Gilbern Genie and Invader (1966 – 1974) Review

Gilbern Genie and Invader (1966 – 1974) At A Glance


+Good to drive, powerful with tight handling, good parts supply because it uses so many off-the-shelf components from BMC and Ford

-Indifferent build quality, glass fibre finish doesn't age that well

The Gilbern Genie appeared in 1966 and was the first step in its maker's planned move upmarket, Lotus-style. The new body, which bore a vague resemblance to the Alfa Romeo Giulia and Gordon Keeble GK1, helped with that ambition, as did the use of the Ford Zephyr V6 engine in 2.5- and 3.0-litre capacities.

The Genie was also the girst Gilbern you could buy factory-built as well as in component form. The first 30 or so came with MGB front suspension and rear axle, then these were upgraded to MGC specification. Overdrive was an option worth finding now, and some even came with electric windows. Twin fuel tanks add to their kudos.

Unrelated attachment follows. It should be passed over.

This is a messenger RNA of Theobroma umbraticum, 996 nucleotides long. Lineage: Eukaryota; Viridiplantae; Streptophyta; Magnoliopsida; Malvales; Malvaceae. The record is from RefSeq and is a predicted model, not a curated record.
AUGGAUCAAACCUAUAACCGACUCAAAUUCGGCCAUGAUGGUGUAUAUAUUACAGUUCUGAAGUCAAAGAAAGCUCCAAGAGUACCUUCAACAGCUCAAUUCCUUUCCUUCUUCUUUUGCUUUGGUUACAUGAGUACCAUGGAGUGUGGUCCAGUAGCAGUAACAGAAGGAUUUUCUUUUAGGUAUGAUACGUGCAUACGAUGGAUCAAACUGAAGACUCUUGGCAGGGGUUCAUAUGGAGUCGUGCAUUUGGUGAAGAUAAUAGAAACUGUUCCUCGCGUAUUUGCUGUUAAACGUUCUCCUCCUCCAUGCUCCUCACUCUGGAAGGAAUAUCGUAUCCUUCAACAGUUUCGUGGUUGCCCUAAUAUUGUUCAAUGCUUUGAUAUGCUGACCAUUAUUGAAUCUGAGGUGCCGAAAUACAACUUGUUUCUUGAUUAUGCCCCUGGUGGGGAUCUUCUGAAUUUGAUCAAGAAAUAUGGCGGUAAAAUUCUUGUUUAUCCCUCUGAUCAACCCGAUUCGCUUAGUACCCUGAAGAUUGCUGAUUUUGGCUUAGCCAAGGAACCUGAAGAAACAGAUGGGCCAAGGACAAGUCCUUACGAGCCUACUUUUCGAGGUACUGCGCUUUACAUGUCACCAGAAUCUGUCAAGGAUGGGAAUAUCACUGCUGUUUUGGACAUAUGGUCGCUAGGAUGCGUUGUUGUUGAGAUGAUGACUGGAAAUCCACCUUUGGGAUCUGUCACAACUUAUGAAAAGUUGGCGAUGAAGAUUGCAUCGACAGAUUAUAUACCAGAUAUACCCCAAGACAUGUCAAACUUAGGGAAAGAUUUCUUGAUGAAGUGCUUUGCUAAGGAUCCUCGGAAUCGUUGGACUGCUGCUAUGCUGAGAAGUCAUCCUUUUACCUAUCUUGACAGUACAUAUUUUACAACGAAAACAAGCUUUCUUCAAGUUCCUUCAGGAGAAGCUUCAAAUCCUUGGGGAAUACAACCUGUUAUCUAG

In 1969, the more muscular Invader was introduced. The MkI and II Invaders differed visually only in detail from the Genie they replaced. Flush-fitting doorhandles and rear pillar vents are the biggest giveaways. Underneath, the front suspension is still MGC-based. For 1971-72 there was also a Reliant Scimitar GTE-style estate version, of which 105 were built. MkIII  uses the same 3.0-litre engine, but a switch to Cortina MkIII axles and suspension brings the need for flared wheelarches. But by 1974, the dream was over.